IRVINE, Calif., July 10, 2014 – CoreLogic® (NYSE: CLGX), a leading global property information, analytics and data-enabled services provider, today released its 2014 storm surge analysis featuring estimates on both the number and reconstruction value of single-family homes exposed to hurricane-driven storm surge risk within the United States. According to the findings, more than 6.5 million homes along the U.S. Atlantic and Gulf coasts are at risk of storm surge inundation, representing nearly $1.5 trillion in total potential reconstruction costs. More than $986 billion of that risk is concentrated within 15 major metro areas. This exposure could constitute significant risk for homeowners and financial services companies, as many at-risk homes lack protection from insurance coverage.
The analysis examined homes along the coastlines of 19 states and the District of Columbia in the Gulf and Atlantic regions, extending as far west as Texas and as far north as Maine. Florida ranks number one for the highest number of homes at risk of storm surge damage, with nearly 2.5 million homes at various risk levels and $490 billion in total potential exposure to damage. At the local level, the New York metropolitan area, which encompasses northern New Jersey and Long Island as well, contains not only the highest number of homes at risk for potential storm surge damage (687,412), but also the highest total reconstruction value of homes exposed, at more than $251 billion.
To enhance accuracy, the 2014 CoreLogic storm surge analysis has been expanded from prior years' reports to encompass additional categories of single-family residential structures including mobile homes, duplexes, manufactured homes and cabins, among other non-traditional home types. The addition of these categories, along with new construction, contributed to a higher number of total homes identified within potential surge areas. The values represent estimates of reconstruction costs, taking into account labor and materials, and are based on 100-percent or total destruction of the residential structure. Depending upon the amount of surge water from a given storm, there may be less than 100 percent damage to the residence, which would result in a lower realized reconstruction cost.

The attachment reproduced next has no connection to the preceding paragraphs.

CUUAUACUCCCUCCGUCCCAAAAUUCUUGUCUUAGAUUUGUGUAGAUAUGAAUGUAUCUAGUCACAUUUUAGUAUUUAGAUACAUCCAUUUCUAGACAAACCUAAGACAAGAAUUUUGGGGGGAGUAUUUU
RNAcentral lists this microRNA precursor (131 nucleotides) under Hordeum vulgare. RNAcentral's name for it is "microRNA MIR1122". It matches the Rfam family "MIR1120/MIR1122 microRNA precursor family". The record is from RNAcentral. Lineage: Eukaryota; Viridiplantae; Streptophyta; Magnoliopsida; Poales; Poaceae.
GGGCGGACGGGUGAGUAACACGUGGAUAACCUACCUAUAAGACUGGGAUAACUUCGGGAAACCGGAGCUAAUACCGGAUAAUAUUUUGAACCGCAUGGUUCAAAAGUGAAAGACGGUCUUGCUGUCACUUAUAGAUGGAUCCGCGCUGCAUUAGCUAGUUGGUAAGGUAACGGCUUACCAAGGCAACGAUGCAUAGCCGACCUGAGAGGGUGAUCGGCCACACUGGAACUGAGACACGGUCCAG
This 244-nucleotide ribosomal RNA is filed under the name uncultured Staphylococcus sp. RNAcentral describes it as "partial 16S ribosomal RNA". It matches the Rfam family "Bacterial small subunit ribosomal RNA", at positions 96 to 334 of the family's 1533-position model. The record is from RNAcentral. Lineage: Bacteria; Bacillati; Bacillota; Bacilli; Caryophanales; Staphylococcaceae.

While scientific predictions are pointing to lower-than-normal storm activity for 2014, the risk of significant damage to homes is a constant threat. "Though the 2013 hurricane season will be remembered for the fact that no storms made landfall along the U.S. coast, this reprieve from hurricane-related damage should not lead to complacency in preparing for future storms and the potential life-threatening conditions they can bring," said Dr. Thomas Jeffery, senior hazard scientist for CoreLogic Spatial Solutions. "This year's season is projected to be slightly below normal in hurricane activity, but the early arrival of Hurricane Arthur on July 3 is an important reminder that even a low-category hurricane or strong tropical storm can create powerful riptides, modest flooding and cause significant destruction of property."
The 2014 analysis shows that total exposure varies significantly from state to state given differences in population, trends in residential development, geographic risk factors, length of coastline and other distinguishing factors. Florida and Texas, for example, are within the top five states for number of properties at risk primarily because of their extensive coastlines (Table 3). Louisiana and New Jersey, on the other hand, have a smaller coastal area overall, yet are included in the top five list as a result of relatively low elevation that allows storm surge inundation to extend farther inland and affect more homes.
The concepts in this analysis also complement Federal Emergency Management Agency (FEMA) flood zone information to provide a snapshot of potential damage exposure at the property level, as many properties located outside designated FEMA flood zones are still at risk for storm surge damage. The standard FEMA flood zones are designed to identify areas at risk for both freshwater flooding as well as storm surge based on the likelihood of either a 100-year or a 500-year flood event. They do not differentiate risk based on storm severity, and as a result, do not effectively define the total extent of the risk possible along coastal areas.